One day before Americans are required to file their taxes, on April 15, more than half of all Americans say their federal income taxes are too high.
In a Gallup poll released Monday, 52 percent of respondents said they think the amount of federal taxes they pay is too high. Another 42 percent said their taxes were “about right,” and a mere 3 percent responded that their taxes were too low.
For about a decade, some 50 percent of Americans have felt that their taxes were too high. Before former President George W. Bush’s 2003 income tax cuts, however, the number was much higher. From 1963 until Bush’s time in office, more than 60 percent of Americans routinely said that their taxes were too high, with the highest point coming at 69 percent in 1969.
A separate poll from Gallup shows that American views on state taxes are a little more nuanced. Residents in New York and New Jersey, for instance, are overwhelmingly likely to say that their state taxes are too high, with 77 percent of respondents in each state hoping for lower state taxes.
Other areas of the country have much more tax-supportive citizens, however. Only 19 percent of Wyoming residents are likely to say their state taxes are too high, while 21 percent of Alaskans would say the same. (It should be noted, however, that Wyoming has no income tax at all while Alaska taxes only corporate, not individual, income.)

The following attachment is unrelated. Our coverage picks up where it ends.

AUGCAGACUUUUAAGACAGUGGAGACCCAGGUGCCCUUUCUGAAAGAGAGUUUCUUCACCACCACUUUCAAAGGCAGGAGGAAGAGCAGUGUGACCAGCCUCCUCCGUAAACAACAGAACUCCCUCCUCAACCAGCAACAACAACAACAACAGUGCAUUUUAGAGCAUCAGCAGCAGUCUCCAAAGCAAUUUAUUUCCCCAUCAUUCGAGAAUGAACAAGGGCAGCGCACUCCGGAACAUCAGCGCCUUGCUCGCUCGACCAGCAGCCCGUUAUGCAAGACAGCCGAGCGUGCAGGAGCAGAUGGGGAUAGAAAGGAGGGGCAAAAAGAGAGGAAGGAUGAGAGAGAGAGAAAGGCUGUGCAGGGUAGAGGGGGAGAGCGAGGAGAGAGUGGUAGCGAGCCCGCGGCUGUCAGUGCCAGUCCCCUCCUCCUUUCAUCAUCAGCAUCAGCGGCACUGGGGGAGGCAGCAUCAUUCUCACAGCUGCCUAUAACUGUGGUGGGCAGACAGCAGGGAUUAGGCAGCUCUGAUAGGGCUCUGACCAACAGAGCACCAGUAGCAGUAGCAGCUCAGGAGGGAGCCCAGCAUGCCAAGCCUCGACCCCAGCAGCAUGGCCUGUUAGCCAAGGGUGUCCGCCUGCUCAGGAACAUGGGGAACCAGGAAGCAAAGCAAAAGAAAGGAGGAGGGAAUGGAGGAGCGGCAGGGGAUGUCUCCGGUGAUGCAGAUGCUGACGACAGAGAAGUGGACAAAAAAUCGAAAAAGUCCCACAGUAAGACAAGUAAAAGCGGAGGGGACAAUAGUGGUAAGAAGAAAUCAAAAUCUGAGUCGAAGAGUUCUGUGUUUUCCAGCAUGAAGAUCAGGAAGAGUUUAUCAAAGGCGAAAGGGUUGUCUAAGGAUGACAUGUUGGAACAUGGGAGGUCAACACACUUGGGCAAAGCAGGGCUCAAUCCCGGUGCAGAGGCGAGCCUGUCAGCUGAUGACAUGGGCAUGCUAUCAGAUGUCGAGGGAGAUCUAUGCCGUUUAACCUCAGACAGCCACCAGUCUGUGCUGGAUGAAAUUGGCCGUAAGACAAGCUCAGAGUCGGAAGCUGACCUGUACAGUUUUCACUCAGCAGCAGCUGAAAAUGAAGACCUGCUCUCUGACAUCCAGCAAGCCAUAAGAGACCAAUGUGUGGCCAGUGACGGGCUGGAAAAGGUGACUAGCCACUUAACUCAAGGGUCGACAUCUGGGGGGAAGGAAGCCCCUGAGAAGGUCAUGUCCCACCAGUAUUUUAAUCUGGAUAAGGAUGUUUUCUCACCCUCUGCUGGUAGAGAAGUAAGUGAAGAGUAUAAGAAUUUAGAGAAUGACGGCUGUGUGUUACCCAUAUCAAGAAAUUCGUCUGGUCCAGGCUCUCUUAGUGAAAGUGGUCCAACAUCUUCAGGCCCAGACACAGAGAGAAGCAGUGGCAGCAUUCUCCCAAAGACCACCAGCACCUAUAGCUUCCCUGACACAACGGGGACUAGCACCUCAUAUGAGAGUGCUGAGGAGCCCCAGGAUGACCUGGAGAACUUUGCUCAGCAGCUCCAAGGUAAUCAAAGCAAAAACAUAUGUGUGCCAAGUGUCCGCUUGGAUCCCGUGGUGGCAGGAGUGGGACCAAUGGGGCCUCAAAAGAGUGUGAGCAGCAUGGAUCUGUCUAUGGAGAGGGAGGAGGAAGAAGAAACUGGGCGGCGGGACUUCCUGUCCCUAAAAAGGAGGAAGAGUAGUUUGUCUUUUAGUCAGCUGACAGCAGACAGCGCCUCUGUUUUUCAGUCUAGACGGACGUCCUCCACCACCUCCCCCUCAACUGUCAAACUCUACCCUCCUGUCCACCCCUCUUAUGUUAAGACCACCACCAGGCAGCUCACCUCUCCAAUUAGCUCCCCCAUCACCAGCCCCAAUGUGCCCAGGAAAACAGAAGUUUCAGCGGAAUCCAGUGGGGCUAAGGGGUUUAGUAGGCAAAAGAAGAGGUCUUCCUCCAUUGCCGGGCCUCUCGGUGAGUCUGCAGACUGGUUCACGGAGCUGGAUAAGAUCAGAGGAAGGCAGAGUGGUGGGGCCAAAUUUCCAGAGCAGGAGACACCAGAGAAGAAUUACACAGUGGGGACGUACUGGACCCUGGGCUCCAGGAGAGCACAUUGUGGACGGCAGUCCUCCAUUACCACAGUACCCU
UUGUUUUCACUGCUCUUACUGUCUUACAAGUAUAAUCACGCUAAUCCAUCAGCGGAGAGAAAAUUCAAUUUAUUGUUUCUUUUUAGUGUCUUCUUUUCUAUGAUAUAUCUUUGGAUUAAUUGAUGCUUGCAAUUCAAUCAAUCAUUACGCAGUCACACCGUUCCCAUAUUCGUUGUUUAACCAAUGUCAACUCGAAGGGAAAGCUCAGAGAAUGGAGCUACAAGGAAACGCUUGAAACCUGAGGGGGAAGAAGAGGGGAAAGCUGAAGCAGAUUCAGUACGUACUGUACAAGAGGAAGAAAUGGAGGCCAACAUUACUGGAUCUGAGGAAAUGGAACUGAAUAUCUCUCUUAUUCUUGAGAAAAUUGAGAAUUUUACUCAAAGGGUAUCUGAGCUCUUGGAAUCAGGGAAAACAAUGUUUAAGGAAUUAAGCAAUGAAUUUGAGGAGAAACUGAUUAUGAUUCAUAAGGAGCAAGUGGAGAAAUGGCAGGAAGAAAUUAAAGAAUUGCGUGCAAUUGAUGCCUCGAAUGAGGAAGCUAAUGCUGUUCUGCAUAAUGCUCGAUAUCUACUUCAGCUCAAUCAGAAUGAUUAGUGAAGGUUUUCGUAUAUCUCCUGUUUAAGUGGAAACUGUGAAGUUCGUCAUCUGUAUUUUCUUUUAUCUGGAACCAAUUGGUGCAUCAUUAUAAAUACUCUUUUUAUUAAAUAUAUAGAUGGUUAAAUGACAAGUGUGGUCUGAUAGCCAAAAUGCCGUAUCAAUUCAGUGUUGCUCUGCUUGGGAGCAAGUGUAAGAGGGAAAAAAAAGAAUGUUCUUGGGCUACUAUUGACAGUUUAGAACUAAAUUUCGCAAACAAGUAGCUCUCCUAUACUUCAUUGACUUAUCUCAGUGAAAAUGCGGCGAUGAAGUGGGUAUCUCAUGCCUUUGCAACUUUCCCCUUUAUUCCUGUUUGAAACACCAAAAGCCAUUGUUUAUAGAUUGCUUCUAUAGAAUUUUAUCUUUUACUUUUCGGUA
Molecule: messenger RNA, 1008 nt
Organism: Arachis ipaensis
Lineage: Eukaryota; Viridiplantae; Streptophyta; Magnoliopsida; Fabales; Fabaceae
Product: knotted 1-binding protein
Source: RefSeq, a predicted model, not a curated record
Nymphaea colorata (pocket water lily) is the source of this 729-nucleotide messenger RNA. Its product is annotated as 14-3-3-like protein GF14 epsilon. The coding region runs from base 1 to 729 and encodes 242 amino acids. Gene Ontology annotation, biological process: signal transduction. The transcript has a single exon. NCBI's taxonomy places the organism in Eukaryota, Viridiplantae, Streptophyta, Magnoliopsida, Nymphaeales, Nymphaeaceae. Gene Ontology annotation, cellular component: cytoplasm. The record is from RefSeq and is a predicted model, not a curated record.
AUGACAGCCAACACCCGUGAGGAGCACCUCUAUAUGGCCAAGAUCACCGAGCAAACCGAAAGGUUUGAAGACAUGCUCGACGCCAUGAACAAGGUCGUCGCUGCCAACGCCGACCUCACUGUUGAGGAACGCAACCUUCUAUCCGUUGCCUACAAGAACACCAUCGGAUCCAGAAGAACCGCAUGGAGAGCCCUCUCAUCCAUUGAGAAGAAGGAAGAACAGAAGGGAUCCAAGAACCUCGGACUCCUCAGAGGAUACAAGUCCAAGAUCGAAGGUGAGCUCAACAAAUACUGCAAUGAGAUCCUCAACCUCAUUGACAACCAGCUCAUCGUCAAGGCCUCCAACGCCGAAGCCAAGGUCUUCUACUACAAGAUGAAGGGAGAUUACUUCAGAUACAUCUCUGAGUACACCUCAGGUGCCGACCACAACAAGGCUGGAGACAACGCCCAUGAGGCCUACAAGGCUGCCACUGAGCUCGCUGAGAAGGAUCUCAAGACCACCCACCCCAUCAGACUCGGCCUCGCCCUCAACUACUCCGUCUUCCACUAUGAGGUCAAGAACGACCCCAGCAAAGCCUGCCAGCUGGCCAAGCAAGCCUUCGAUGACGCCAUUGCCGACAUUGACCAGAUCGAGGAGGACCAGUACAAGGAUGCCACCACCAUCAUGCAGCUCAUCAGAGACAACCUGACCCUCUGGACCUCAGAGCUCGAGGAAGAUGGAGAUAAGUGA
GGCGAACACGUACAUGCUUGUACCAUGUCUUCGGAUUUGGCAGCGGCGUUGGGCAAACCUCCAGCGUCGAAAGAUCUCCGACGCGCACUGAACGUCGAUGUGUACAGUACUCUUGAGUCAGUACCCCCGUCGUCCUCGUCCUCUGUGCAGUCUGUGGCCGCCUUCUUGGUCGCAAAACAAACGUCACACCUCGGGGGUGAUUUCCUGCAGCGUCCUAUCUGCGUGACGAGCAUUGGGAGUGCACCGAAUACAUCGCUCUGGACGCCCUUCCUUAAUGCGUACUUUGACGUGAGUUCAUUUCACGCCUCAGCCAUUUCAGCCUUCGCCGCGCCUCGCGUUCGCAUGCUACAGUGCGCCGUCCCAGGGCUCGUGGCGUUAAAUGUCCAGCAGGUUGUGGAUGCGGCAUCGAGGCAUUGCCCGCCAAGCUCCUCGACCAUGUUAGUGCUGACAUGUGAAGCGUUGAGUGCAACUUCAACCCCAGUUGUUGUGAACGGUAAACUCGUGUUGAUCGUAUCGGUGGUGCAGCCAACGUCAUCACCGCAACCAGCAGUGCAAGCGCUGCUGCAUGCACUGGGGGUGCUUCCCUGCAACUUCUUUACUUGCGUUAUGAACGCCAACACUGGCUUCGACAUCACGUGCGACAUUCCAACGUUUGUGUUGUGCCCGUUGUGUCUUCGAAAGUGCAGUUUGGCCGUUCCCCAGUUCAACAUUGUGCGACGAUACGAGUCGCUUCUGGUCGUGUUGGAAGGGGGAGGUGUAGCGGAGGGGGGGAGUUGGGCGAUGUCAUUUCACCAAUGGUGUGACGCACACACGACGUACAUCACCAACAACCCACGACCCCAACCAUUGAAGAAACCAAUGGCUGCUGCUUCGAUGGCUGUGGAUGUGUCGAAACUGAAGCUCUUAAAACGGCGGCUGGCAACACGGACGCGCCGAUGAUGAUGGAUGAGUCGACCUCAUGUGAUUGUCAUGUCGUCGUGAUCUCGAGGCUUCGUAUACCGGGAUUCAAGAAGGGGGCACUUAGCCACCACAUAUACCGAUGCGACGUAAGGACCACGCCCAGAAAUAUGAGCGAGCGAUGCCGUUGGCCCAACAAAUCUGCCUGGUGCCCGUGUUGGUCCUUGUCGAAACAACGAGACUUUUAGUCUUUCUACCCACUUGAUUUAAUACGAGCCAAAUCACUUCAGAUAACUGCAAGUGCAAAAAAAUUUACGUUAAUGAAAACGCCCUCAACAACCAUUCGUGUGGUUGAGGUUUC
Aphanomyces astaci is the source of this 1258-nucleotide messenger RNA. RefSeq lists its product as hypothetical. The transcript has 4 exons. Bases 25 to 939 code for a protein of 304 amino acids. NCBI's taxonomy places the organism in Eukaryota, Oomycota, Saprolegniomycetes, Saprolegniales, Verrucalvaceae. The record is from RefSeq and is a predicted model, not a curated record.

Though most Americans think they pay too much in taxes, a similar amount seems to believe that their high taxes are also fair. This year, 54 percent of Americans said they paid a fair amount of income tax, while only 41 percent believed their share was unfair. This year marks the lowest point in Americans’ views of taxes as being fair since 2001, however. In 2003, a sizable 64 percent of Americans said they paid a fair amount of taxes.
Interestingly, there is a strong partisan divide on the issue of taxes. While Republicans and independents are about equally likely to think their taxes are too high, by 57 percent and 58 percent, respectively, Democrats are far more likely to be content with their taxes. A majority of 55 percent of Democrats say their taxes are about right, while only 37 percent say they are too high.
Though only a small percentage of Americans are likely to say that their taxes are too low, Democrats also have the largest percentage of respondents who would pay more in taxes: 5 percent. Only 1 percent of Republicans and 3 percent of independents responded similarly.
Richer people, meanwhile, are also more likely to say that their taxes are too high. 49 percent of Americans making less than $30,000 and 46 percent of Americans making between $30,000 and $74,999 said their taxes were too high in 2014, but 61 percent of Americans making more than $75,000 a year said they paid too much taxes. Only a scant 1 percent of upper-income Americans said their taxes were too low in 2014.